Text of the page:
The present invention provides a liquid controlled release formulation comprising an aqueous vehicle having dispersed therein permeable microcapsules each having a shell of a copolymer of acrylic and methacrylic acid esters with pendant quaternary ammonium groups and an aqueous core having complexes of an active ingredient and a complex-forming polymer. In one embodiment, the controlled release formulation of the present invention comprises a mixture of microcapsules having different release characteristics. Such a combination of microcapsules can be formulated to provide release characteristics approximating zero order release. In another embodiment of the present invention, the controlled release formulation of the present invention comprises a mixture of at least two different active ingredient-polymer complexes each separately encapsulated. Alternatively, two or more active ingredients can be encapsulated within the same microcapsule.
By the present invention, a liquid controlled release formulation is provided which can be administered orally or by various parenteral methods, such as by injection (intravenous, intramuscular, subcutaneous, intraperitoneal or the like), as an aerosol for inhalation, topically, as eye drops, ear drops, topical carriers, application as a poultice, and the like. The present invention is also particularly useful for administering target drugs, that is, drugs which are targeted for release at a specific site, and for cancer chemotherapy.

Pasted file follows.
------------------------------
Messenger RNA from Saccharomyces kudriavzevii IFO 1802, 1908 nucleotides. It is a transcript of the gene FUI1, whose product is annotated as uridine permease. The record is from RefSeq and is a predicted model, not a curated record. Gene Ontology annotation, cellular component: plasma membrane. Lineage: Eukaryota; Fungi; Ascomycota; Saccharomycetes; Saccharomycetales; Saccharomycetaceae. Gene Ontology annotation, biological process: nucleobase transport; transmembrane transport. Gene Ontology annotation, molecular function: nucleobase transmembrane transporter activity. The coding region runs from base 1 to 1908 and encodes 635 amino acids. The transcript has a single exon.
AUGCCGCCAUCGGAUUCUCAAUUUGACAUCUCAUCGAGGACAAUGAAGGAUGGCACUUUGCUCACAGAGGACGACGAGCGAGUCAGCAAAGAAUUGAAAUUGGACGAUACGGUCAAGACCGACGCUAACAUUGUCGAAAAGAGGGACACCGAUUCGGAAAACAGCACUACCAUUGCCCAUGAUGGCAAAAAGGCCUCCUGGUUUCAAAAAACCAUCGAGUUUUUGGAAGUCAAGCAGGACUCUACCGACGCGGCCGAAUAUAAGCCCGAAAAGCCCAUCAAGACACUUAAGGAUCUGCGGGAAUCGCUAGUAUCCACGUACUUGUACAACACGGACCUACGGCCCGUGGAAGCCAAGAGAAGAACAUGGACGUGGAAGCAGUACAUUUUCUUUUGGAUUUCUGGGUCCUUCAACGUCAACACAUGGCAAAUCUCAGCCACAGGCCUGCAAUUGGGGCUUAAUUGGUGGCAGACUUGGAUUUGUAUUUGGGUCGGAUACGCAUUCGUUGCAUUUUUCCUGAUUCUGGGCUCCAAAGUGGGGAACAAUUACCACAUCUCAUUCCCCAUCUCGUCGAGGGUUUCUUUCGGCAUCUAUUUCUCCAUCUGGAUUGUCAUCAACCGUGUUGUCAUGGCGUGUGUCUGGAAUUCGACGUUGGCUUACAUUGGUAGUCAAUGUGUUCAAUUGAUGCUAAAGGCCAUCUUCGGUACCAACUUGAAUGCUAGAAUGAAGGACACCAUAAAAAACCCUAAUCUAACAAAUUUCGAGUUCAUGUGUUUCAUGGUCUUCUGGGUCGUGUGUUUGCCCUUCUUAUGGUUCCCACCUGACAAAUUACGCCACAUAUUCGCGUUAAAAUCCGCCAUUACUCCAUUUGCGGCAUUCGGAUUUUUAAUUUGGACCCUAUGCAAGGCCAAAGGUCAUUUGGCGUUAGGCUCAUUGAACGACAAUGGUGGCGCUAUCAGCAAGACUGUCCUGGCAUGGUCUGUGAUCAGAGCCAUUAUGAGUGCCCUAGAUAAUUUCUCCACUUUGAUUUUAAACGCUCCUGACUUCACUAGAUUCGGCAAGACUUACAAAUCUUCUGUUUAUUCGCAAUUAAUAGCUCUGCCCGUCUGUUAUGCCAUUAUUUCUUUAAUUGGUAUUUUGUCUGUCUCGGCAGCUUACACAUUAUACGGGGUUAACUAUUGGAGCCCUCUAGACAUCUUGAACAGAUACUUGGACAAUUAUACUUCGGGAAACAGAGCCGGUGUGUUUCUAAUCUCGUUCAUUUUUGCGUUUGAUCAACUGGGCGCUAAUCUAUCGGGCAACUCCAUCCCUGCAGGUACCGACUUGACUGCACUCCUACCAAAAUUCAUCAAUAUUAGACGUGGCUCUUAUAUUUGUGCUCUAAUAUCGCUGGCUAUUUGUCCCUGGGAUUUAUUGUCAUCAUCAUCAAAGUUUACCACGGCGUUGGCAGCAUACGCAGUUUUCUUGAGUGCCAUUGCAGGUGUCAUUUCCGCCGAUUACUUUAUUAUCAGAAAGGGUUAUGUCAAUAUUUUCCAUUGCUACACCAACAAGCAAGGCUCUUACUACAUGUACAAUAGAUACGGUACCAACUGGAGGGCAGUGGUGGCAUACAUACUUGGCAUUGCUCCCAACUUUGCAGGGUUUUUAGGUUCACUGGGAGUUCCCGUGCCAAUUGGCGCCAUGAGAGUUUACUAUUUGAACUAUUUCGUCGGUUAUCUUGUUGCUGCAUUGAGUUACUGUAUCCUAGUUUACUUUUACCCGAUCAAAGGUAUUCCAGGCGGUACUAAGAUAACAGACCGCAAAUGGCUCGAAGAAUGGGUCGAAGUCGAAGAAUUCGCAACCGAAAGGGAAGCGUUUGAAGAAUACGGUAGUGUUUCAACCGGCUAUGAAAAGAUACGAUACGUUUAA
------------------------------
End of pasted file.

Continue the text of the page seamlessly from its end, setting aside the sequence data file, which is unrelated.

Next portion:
The present invention also provides a method for preparing a liquid controlled release dosage formulation, comprising the steps of preparing an aqueous solution of an active ingredient and a complex-forming polymer to produce active ingredient-polymer complexes, preparing an organic solution of a film-forming polymer in an organic solvent, adding a first surfactant to the aqueous solution or to the organic solution or to both solutions, emulsifying the aqueous solution with the organic solution to produce an aqueous-organic first emulsion, preparing an aqueous solution of a second surfactant, emulsifying the aqueous solution of the second surfactant with the first emulsion to produce an aqueous-organic-aqueous second emulsion, and removing the organic solvent from the second emulsion to produce an aqueous dispersion of microcapsules each having a permeable polymeric shell of the film-forming polymer encapsulating an aqueous core of active ingredient-polymer complexes. The microcapsular dispersions are generally in the form of aqueous suspensions.